When Comilla Sasson, MD, PhD, FACEP, was an emergency medicine resident, she couldn’t understand why so many cardiac arrest patients were coming into her emergency department without having had any CPR performed. The issue occupied her mind so much that she decided to apply for a grant with the Emergency Medicine Foundation (EMF) to study it.
Explore This IssueACEP Now: Vol 39 – No 09 – September 2020
EMF is a nonprofit organization whose mission is to fund research that “develops career emergency medicine researchers, improves patient care, and provides the basis for effective health policy.” Since its founding in 1972, EMF has awarded more than $17 million in research grants.
Today, Dr. Sasson is associate clinical professor of emergency medicine at the University of Colorado Denver and author of more than 90 research papers. Dr. Sasson recently spoke with EMF about how the grant she received more than a decade ago propelled her career.
EMF: Tell us about your EMF grant project.
CS: I got an EMF grant to look at racial and health disparities and who is getting bystander CPR. This involves looking at data to actually figure out where in neighborhoods people are getting CPR done or not getting it done. We looked at Denver data, and were able to see that if your heart stopped on one side of the street, your chances of getting CPR were 40 percent less than on the other side of the street. This actually changed the entire trajectory of my career.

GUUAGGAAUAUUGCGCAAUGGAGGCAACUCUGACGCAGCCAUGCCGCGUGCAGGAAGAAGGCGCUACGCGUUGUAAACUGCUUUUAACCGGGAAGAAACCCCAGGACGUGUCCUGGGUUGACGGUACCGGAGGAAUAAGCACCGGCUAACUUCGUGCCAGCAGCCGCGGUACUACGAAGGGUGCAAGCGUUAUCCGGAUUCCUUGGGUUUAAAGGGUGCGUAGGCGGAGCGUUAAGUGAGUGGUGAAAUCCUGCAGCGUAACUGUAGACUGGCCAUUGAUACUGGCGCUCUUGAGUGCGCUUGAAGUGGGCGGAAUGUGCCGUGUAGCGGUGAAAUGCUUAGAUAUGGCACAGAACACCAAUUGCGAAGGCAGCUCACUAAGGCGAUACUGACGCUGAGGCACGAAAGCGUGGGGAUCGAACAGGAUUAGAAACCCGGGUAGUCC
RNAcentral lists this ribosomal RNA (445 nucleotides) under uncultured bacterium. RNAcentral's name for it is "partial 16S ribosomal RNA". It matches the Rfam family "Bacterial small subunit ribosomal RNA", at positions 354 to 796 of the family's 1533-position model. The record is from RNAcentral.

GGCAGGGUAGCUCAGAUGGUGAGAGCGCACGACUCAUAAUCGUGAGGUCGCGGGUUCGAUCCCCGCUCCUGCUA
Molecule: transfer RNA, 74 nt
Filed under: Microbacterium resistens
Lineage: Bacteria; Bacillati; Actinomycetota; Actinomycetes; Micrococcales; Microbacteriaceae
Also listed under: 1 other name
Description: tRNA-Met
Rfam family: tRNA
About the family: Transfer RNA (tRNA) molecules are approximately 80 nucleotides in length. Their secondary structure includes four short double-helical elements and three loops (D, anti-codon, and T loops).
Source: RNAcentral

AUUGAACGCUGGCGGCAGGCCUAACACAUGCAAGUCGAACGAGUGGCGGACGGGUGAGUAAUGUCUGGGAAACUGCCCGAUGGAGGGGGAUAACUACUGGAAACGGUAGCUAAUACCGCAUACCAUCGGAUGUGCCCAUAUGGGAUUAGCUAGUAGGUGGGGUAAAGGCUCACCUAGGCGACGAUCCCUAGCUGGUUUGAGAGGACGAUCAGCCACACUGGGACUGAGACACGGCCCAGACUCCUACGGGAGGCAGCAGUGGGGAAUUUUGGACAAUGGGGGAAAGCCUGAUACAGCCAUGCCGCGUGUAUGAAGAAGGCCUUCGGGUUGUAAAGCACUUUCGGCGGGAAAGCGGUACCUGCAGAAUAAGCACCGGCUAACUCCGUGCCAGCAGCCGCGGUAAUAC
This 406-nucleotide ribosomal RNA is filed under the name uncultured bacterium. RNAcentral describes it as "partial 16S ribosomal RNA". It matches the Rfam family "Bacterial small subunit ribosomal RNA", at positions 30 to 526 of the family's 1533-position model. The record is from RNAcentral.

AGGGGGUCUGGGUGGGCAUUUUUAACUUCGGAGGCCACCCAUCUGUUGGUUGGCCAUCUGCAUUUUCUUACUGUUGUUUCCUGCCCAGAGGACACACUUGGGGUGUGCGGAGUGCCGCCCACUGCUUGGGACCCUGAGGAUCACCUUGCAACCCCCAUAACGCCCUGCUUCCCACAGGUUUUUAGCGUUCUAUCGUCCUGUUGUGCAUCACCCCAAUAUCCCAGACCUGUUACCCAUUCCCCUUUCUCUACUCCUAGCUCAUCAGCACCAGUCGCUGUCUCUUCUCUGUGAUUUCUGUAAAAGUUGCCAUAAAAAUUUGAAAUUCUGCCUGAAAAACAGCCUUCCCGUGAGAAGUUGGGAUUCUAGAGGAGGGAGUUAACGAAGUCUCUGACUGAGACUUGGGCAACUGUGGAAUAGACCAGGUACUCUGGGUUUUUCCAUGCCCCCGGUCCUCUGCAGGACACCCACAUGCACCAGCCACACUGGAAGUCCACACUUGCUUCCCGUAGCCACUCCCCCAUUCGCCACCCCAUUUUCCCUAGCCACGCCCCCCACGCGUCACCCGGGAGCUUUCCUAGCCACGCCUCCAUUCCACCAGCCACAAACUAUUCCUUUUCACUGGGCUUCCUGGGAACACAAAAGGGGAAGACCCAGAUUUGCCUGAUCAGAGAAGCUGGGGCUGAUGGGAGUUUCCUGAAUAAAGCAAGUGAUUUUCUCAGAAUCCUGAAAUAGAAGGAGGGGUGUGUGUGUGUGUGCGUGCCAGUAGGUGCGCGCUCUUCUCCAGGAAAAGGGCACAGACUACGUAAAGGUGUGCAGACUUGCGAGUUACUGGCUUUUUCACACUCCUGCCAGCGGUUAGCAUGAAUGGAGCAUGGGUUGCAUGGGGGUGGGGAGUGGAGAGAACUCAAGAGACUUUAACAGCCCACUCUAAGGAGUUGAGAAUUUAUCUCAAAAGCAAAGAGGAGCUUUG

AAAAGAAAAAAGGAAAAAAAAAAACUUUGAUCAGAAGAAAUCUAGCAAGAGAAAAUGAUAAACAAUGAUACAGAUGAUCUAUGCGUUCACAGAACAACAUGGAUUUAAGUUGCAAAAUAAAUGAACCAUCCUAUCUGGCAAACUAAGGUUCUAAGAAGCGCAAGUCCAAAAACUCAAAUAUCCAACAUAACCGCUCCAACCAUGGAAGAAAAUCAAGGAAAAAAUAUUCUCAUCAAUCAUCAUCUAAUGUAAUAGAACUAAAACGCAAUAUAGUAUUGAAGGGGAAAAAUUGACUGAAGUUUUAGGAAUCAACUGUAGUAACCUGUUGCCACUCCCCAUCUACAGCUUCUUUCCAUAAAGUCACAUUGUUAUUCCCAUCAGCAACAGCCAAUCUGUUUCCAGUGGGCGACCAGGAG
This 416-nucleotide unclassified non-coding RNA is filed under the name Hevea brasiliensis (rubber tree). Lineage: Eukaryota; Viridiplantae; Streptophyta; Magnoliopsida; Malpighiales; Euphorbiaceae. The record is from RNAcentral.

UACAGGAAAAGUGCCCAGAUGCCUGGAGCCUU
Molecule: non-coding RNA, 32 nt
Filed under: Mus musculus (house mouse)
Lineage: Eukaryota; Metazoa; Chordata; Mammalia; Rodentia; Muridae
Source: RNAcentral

EMF: Why did you choose this topic?
CS: I’ve always had an interest in looking at why there are differences in how people do in the emergency department. I did my training at Grady Hospital, which is a Level 1 trauma center in Atlanta, and saw that time and time again, patients primarily who were African American were not having CPR done before they got to the hospital or to the emergency department. We know that time is essential for the brain and heart muscle. For every one minute that you don’t have CPR performed, your chances of surviving go down by about 10 percent. You only have this 10-minute window.
EMF: How did this grant changed the trajectory of your career?
CS: I work for the American Heart Association where every day we think about how can we reduce racial and health disparities in CPR and cardiac arrest survival. Everything that I did from the EMF grant has translated to what I’m making my life’s work and my passion.
EMF: What was the most significant impact of your EMF research grant?
CS: We’ve been able to work with community groups, police, fire, EMS, hospital systems, nonprofit organizations, community-based organizations. We’ve been able to take that data that I got from the EMF grant and do actionable change. We’re making improvements in neighborhoods because of the work that I did through the EMF grant, and now we’re taking that research, turning it into real-world outcomes, and saving more lives by teaching people CPR and then, more importantly, when to call 911.
EMF: Since receiving your EMF grant, what other research awards and achievements have you received?
CS: I’ve gotten a career development award and have an additional $1.5 million of funding to work on opioids, overdose deaths, and how that relates to cardiac arrest. You need somebody to believe in you, and then I think that sets you up to make a huge impact.
EMF: What breakthrough treatments or protocols resulted from your research?
CS: We’ve been able to completely change the way in which we were looking at how to go into communities and do targeted training. It sounds like a really simple concept. We were the first ones that really launched this idea, and since that time, we’ve been going out to more than 10 major urban cities to do the same type of program and we’re working on scaling up to a national program as well.